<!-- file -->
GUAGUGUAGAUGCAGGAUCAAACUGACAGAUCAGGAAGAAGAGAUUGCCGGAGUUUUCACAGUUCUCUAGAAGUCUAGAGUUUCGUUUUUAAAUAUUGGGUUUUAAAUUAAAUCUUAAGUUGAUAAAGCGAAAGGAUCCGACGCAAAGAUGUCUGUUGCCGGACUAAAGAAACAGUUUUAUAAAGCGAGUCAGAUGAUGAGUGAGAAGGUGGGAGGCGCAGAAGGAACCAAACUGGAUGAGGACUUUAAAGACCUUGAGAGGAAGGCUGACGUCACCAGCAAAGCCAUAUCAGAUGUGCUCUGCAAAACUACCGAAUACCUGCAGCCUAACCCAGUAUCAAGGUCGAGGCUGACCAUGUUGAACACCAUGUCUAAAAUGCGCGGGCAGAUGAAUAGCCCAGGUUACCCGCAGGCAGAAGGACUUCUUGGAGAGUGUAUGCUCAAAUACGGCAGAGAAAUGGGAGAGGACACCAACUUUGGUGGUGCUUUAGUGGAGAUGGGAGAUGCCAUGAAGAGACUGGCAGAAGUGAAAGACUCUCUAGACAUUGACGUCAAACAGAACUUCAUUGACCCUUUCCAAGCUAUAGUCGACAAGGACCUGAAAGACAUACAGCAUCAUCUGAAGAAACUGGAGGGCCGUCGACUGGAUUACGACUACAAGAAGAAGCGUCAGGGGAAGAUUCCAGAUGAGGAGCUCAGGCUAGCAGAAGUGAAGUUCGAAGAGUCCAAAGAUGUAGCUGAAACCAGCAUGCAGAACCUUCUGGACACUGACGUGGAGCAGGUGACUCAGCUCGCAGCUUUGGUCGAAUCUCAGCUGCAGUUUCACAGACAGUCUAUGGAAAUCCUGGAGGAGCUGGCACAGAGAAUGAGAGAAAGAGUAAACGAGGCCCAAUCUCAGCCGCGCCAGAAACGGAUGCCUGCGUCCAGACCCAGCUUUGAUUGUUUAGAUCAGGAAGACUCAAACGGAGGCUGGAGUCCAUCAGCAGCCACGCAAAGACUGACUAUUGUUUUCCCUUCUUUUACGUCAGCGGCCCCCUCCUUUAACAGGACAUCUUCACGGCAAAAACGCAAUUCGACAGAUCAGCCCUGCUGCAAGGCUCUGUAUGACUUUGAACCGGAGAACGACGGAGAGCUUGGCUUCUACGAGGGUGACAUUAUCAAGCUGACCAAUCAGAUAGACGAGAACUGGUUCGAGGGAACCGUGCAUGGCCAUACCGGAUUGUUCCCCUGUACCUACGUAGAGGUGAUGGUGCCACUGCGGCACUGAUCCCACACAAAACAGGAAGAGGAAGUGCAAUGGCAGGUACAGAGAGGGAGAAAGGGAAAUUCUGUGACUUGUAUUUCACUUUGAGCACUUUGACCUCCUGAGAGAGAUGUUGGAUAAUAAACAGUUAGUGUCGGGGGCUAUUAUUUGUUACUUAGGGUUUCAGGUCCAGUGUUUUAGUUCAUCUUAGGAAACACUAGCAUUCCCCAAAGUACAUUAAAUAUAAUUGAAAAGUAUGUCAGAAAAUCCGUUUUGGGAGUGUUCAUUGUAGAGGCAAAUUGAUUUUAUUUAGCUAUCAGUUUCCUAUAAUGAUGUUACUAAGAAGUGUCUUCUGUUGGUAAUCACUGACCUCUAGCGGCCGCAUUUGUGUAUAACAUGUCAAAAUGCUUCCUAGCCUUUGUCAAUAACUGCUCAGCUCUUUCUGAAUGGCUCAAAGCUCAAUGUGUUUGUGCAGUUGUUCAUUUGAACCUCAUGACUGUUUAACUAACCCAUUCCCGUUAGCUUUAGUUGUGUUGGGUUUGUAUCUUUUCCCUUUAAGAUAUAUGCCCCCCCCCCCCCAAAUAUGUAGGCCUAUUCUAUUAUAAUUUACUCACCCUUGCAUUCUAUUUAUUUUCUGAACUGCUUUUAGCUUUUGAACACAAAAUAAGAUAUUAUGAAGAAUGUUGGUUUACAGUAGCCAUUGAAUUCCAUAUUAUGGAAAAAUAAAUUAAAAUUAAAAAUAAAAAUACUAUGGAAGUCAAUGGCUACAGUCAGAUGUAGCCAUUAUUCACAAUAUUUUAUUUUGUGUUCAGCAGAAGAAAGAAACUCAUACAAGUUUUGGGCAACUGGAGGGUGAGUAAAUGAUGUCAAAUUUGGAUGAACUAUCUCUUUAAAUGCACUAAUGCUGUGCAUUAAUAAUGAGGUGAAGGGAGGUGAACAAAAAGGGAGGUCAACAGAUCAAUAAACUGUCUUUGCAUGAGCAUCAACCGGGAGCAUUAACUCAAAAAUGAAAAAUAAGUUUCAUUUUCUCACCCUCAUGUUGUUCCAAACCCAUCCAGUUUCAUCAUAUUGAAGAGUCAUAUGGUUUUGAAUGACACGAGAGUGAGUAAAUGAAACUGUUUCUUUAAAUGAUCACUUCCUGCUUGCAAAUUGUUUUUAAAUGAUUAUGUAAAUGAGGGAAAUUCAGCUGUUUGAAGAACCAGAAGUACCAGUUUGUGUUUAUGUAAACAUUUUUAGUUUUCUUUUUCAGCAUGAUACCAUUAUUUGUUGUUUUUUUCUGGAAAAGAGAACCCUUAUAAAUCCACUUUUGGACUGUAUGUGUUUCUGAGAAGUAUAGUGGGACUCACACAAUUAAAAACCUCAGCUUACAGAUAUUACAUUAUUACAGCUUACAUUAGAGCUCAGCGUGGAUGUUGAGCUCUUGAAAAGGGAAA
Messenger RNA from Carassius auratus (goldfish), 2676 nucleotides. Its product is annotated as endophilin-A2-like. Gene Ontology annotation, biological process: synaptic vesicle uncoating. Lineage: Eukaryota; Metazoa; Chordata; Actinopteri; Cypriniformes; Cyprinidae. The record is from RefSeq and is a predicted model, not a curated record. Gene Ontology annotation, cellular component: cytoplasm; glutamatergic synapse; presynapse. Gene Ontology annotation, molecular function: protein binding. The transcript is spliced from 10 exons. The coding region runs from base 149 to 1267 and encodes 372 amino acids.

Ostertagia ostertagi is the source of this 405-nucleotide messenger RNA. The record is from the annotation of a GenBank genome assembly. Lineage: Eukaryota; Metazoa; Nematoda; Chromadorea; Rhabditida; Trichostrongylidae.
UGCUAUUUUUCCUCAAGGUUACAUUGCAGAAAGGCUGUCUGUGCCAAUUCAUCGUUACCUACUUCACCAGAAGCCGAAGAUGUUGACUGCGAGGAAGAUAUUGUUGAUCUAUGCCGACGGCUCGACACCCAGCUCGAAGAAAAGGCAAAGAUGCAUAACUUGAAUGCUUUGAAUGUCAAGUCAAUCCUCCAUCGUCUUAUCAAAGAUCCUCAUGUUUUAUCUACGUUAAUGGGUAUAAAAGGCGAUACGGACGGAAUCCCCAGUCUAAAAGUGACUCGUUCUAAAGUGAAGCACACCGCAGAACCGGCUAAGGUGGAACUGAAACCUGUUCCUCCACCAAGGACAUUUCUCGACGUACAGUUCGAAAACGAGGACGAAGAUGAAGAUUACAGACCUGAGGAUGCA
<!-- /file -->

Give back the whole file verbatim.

GUAGUGUAGAUGCAGGAUCAAACUGACAGAUCAGGAAGAAGAGAUUGCCGGAGUUUUCACAGUUCUCUAGAAGUCUAGAGUUUCGUUUUUAAAUAUUGGGUUUUAAAUUAAAUCUUAAGUUGAUAAAGCGAAAGGAUCCGACGCAAAGAUGUCUGUUGCCGGACUAAAGAAACAGUUUUAUAAAGCGAGUCAGAUGAUGAGUGAGAAGGUGGGAGGCGCAGAAGGAACCAAACUGGAUGAGGACUUUAAAGACCUUGAGAGGAAGGCUGACGUCACCAGCAAAGCCAUAUCAGAUGUGCUCUGCAAAACUACCGAAUACCUGCAGCCUAACCCAGUAUCAAGGUCGAGGCUGACCAUGUUGAACACCAUGUCUAAAAUGCGCGGGCAGAUGAAUAGCCCAGGUUACCCGCAGGCAGAAGGACUUCUUGGAGAGUGUAUGCUCAAAUACGGCAGAGAAAUGGGAGAGGACACCAACUUUGGUGGUGCUUUAGUGGAGAUGGGAGAUGCCAUGAAGAGACUGGCAGAAGUGAAAGACUCUCUAGACAUUGACGUCAAACAGAACUUCAUUGACCCUUUCCAAGCUAUAGUCGACAAGGACCUGAAAGACAUACAGCAUCAUCUGAAGAAACUGGAGGGCCGUCGACUGGAUUACGACUACAAGAAGAAGCGUCAGGGGAAGAUUCCAGAUGAGGAGCUCAGGCUAGCAGAAGUGAAGUUCGAAGAGUCCAAAGAUGUAGCUGAAACCAGCAUGCAGAACCUUCUGGACACUGACGUGGAGCAGGUGACUCAGCUCGCAGCUUUGGUCGAAUCUCAGCUGCAGUUUCACAGACAGUCUAUGGAAAUCCUGGAGGAGCUGGCACAGAGAAUGAGAGAAAGAGUAAACGAGGCCCAAUCUCAGCCGCGCCAGAAACGGAUGCCUGCGUCCAGACCCAGCUUUGAUUGUUUAGAUCAGGAAGACUCAAACGGAGGCUGGAGUCCAUCAGCAGCCACGCAAAGACUGACUAUUGUUUUCCCUUCUUUUACGUCAGCGGCCCCCUCCUUUAACAGGACAUCUUCACGGCAAAAACGCAAUUCGACAGAUCAGCCCUGCUGCAAGGCUCUGUAUGACUUUGAACCGGAGAACGACGGAGAGCUUGGCUUCUACGAGGGUGACAUUAUCAAGCUGACCAAUCAGAUAGACGAGAACUGGUUCGAGGGAACCGUGCAUGGCCAUACCGGAUUGUUCCCCUGUACCUACGUAGAGGUGAUGGUGCCACUGCGGCACUGAUCCCACACAAAACAGGAAGAGGAAGUGCAAUGGCAGGUACAGAGAGGGAGAAAGGGAAAUUCUGUGACUUGUAUUUCACUUUGAGCACUUUGACCUCCUGAGAGAGAUGUUGGAUAAUAAACAGUUAGUGUCGGGGGCUAUUAUUUGUUACUUAGGGUUUCAGGUCCAGUGUUUUAGUUCAUCUUAGGAAACACUAGCAUUCCCCAAAGUACAUUAAAUAUAAUUGAAAAGUAUGUCAGAAAAUCCGUUUUGGGAGUGUUCAUUGUAGAGGCAAAUUGAUUUUAUUUAGCUAUCAGUUUCCUAUAAUGAUGUUACUAAGAAGUGUCUUCUGUUGGUAAUCACUGACCUCUAGCGGCCGCAUUUGUGUAUAACAUGUCAAAAUGCUUCCUAGCCUUUGUCAAUAACUGCUCAGCUCUUUCUGAAUGGCUCAAAGCUCAAUGUGUUUGUGCAGUUGUUCAUUUGAACCUCAUGACUGUUUAACUAACCCAUUCCCGUUAGCUUUAGUUGUGUUGGGUUUGUAUCUUUUCCCUUUAAGAUAUAUGCCCCCCCCCCCCCAAAUAUGUAGGCCUAUUCUAUUAUAAUUUACUCACCCUUGCAUUCUAUUUAUUUUCUGAACUGCUUUUAGCUUUUGAACACAAAAUAAGAUAUUAUGAAGAAUGUUGGUUUACAGUAGCCAUUGAAUUCCAUAUUAUGGAAAAAUAAAUUAAAAUUAAAAAUAAAAAUACUAUGGAAGUCAAUGGCUACAGUCAGAUGUAGCCAUUAUUCACAAUAUUUUAUUUUGUGUUCAGCAGAAGAAAGAAACUCAUACAAGUUUUGGGCAACUGGAGGGUGAGUAAAUGAUGUCAAAUUUGGAUGAACUAUCUCUUUAAAUGCACUAAUGCUGUGCAUUAAUAAUGAGGUGAAGGGAGGUGAACAAAAAGGGAGGUCAACAGAUCAAUAAACUGUCUUUGCAUGAGCAUCAACCGGGAGCAUUAACUCAAAAAUGAAAAAUAAGUUUCAUUUUCUCACCCUCAUGUUGUUCCAAACCCAUCCAGUUUCAUCAUAUUGAAGAGUCAUAUGGUUUUGAAUGACACGAGAGUGAGUAAAUGAAACUGUUUCUUUAAAUGAUCACUUCCUGCUUGCAAAUUGUUUUUAAAUGAUUAUGUAAAUGAGGGAAAUUCAGCUGUUUGAAGAACCAGAAGUACCAGUUUGUGUUUAUGUAAACAUUUUUAGUUUUCUUUUUCAGCAUGAUACCAUUAUUUGUUGUUUUUUUCUGGAAAAGAGAACCCUUAUAAAUCCACUUUUGGACUGUAUGUGUUUCUGAGAAGUAUAGUGGGACUCACACAAUUAAAAACCUCAGCUUACAGAUAUUACAUUAUUACAGCUUACAUUAGAGCUCAGCGUGGAUGUUGAGCUCUUGAAAAGGGAAA
Messenger RNA from Carassius auratus (goldfish), 2676 nucleotides. Its product is annotated as endophilin-A2-like. Gene Ontology annotation, biological process: synaptic vesicle uncoating. Lineage: Eukaryota; Metazoa; Chordata; Actinopteri; Cypriniformes; Cyprinidae. The record is from RefSeq and is a predicted model, not a curated record. Gene Ontology annotation, cellular component: cytoplasm; glutamatergic synapse; presynapse. Gene Ontology annotation, molecular function: protein binding. The transcript is spliced from 10 exons. The coding region runs from base 149 to 1267 and encodes 372 amino acids.

Ostertagia ostertagi is the source of this 405-nucleotide messenger RNA. The record is from the annotation of a GenBank genome assembly. Lineage: Eukaryota; Metazoa; Nematoda; Chromadorea; Rhabditida; Trichostrongylidae.
UGCUAUUUUUCCUCAAGGUUACAUUGCAGAAAGGCUGUCUGUGCCAAUUCAUCGUUACCUACUUCACCAGAAGCCGAAGAUGUUGACUGCGAGGAAGAUAUUGUUGAUCUAUGCCGACGGCUCGACACCCAGCUCGAAGAAAAGGCAAAGAUGCAUAACUUGAAUGCUUUGAAUGUCAAGUCAAUCCUCCAUCGUCUUAUCAAAGAUCCUCAUGUUUUAUCUACGUUAAUGGGUAUAAAAGGCGAUACGGACGGAAUCCCCAGUCUAAAAGUGACUCGUUCUAAAGUGAAGCACACCGCAGAACCGGCUAAGGUGGAACUGAAACCUGUUCCUCCACCAAGGACAUUUCUCGACGUACAGUUCGAAAACGAGGACGAAGAUGAAGAUUACAGACCUGAGGAUGCA